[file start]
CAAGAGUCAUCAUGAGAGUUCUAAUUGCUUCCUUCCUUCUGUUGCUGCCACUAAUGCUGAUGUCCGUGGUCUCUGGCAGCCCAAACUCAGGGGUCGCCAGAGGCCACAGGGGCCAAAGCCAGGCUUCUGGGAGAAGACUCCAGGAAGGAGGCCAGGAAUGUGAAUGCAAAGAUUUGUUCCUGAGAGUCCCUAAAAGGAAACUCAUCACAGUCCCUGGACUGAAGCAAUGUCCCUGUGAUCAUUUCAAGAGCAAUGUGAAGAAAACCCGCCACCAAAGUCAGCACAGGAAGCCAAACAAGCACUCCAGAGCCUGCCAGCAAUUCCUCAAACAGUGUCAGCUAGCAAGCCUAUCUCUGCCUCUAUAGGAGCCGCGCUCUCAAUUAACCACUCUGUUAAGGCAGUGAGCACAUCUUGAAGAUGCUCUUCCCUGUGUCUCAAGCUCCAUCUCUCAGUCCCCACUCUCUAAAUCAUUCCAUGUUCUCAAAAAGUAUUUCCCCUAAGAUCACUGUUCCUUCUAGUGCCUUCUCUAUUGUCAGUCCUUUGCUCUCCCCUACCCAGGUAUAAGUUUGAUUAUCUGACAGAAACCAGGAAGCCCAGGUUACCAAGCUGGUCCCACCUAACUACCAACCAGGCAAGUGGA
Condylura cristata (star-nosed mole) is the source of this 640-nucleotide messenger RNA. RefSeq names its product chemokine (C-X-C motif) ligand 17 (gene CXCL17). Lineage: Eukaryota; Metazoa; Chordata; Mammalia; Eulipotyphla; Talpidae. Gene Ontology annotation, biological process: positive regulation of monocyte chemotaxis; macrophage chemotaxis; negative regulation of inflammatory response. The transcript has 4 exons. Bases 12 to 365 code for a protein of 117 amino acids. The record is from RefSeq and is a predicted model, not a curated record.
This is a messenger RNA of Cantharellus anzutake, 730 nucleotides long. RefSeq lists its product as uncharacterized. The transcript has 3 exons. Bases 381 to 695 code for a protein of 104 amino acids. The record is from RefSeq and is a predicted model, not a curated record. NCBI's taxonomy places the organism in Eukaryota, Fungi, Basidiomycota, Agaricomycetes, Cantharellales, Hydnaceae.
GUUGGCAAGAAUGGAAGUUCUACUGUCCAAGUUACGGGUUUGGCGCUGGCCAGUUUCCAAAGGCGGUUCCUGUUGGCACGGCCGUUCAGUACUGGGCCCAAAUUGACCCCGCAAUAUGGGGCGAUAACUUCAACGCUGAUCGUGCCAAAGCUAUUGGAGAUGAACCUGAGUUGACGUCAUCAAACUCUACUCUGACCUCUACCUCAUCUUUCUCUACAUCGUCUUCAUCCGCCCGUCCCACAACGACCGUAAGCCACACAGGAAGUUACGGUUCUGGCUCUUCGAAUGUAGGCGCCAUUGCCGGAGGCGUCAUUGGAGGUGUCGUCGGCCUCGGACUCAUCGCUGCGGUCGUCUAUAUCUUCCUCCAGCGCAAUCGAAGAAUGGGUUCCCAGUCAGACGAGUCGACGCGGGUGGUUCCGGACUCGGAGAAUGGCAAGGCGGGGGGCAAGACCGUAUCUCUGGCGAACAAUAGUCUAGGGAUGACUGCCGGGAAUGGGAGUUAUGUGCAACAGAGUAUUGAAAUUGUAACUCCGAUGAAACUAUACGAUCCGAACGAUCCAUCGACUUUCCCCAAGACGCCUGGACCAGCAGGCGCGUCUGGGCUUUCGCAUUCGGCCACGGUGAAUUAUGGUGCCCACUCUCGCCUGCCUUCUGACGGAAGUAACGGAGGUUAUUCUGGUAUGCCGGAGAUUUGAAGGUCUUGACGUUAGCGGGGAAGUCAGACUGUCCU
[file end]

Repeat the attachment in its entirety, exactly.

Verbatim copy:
CAAGAGUCAUCAUGAGAGUUCUAAUUGCUUCCUUCCUUCUGUUGCUGCCACUAAUGCUGAUGUCCGUGGUCUCUGGCAGCCCAAACUCAGGGGUCGCCAGAGGCCACAGGGGCCAAAGCCAGGCUUCUGGGAGAAGACUCCAGGAAGGAGGCCAGGAAUGUGAAUGCAAAGAUUUGUUCCUGAGAGUCCCUAAAAGGAAACUCAUCACAGUCCCUGGACUGAAGCAAUGUCCCUGUGAUCAUUUCAAGAGCAAUGUGAAGAAAACCCGCCACCAAAGUCAGCACAGGAAGCCAAACAAGCACUCCAGAGCCUGCCAGCAAUUCCUCAAACAGUGUCAGCUAGCAAGCCUAUCUCUGCCUCUAUAGGAGCCGCGCUCUCAAUUAACCACUCUGUUAAGGCAGUGAGCACAUCUUGAAGAUGCUCUUCCCUGUGUCUCAAGCUCCAUCUCUCAGUCCCCACUCUCUAAAUCAUUCCAUGUUCUCAAAAAGUAUUUCCCCUAAGAUCACUGUUCCUUCUAGUGCCUUCUCUAUUGUCAGUCCUUUGCUCUCCCCUACCCAGGUAUAAGUUUGAUUAUCUGACAGAAACCAGGAAGCCCAGGUUACCAAGCUGGUCCCACCUAACUACCAACCAGGCAAGUGGA
Condylura cristata (star-nosed mole) is the source of this 640-nucleotide messenger RNA. RefSeq names its product chemokine (C-X-C motif) ligand 17 (gene CXCL17). Lineage: Eukaryota; Metazoa; Chordata; Mammalia; Eulipotyphla; Talpidae. Gene Ontology annotation, biological process: positive regulation of monocyte chemotaxis; macrophage chemotaxis; negative regulation of inflammatory response. The transcript has 4 exons. Bases 12 to 365 code for a protein of 117 amino acids. The record is from RefSeq and is a predicted model, not a curated record.
This is a messenger RNA of Cantharellus anzutake, 730 nucleotides long. RefSeq lists its product as uncharacterized. The transcript has 3 exons. Bases 381 to 695 code for a protein of 104 amino acids. The record is from RefSeq and is a predicted model, not a curated record. NCBI's taxonomy places the organism in Eukaryota, Fungi, Basidiomycota, Agaricomycetes, Cantharellales, Hydnaceae.
GUUGGCAAGAAUGGAAGUUCUACUGUCCAAGUUACGGGUUUGGCGCUGGCCAGUUUCCAAAGGCGGUUCCUGUUGGCACGGCCGUUCAGUACUGGGCCCAAAUUGACCCCGCAAUAUGGGGCGAUAACUUCAACGCUGAUCGUGCCAAAGCUAUUGGAGAUGAACCUGAGUUGACGUCAUCAAACUCUACUCUGACCUCUACCUCAUCUUUCUCUACAUCGUCUUCAUCCGCCCGUCCCACAACGACCGUAAGCCACACAGGAAGUUACGGUUCUGGCUCUUCGAAUGUAGGCGCCAUUGCCGGAGGCGUCAUUGGAGGUGUCGUCGGCCUCGGACUCAUCGCUGCGGUCGUCUAUAUCUUCCUCCAGCGCAAUCGAAGAAUGGGUUCCCAGUCAGACGAGUCGACGCGGGUGGUUCCGGACUCGGAGAAUGGCAAGGCGGGGGGCAAGACCGUAUCUCUGGCGAACAAUAGUCUAGGGAUGACUGCCGGGAAUGGGAGUUAUGUGCAACAGAGUAUUGAAAUUGUAACUCCGAUGAAACUAUACGAUCCGAACGAUCCAUCGACUUUCCCCAAGACGCCUGGACCAGCAGGCGCGUCUGGGCUUUCGCAUUCGGCCACGGUGAAUUAUGGUGCCCACUCUCGCCUGCCUUCUGACGGAAGUAACGGAGGUUAUUCUGGUAUGCCGGAGAUUUGAAGGUCUUGACGUUAGCGGGGAAGUCAGACUGUCCU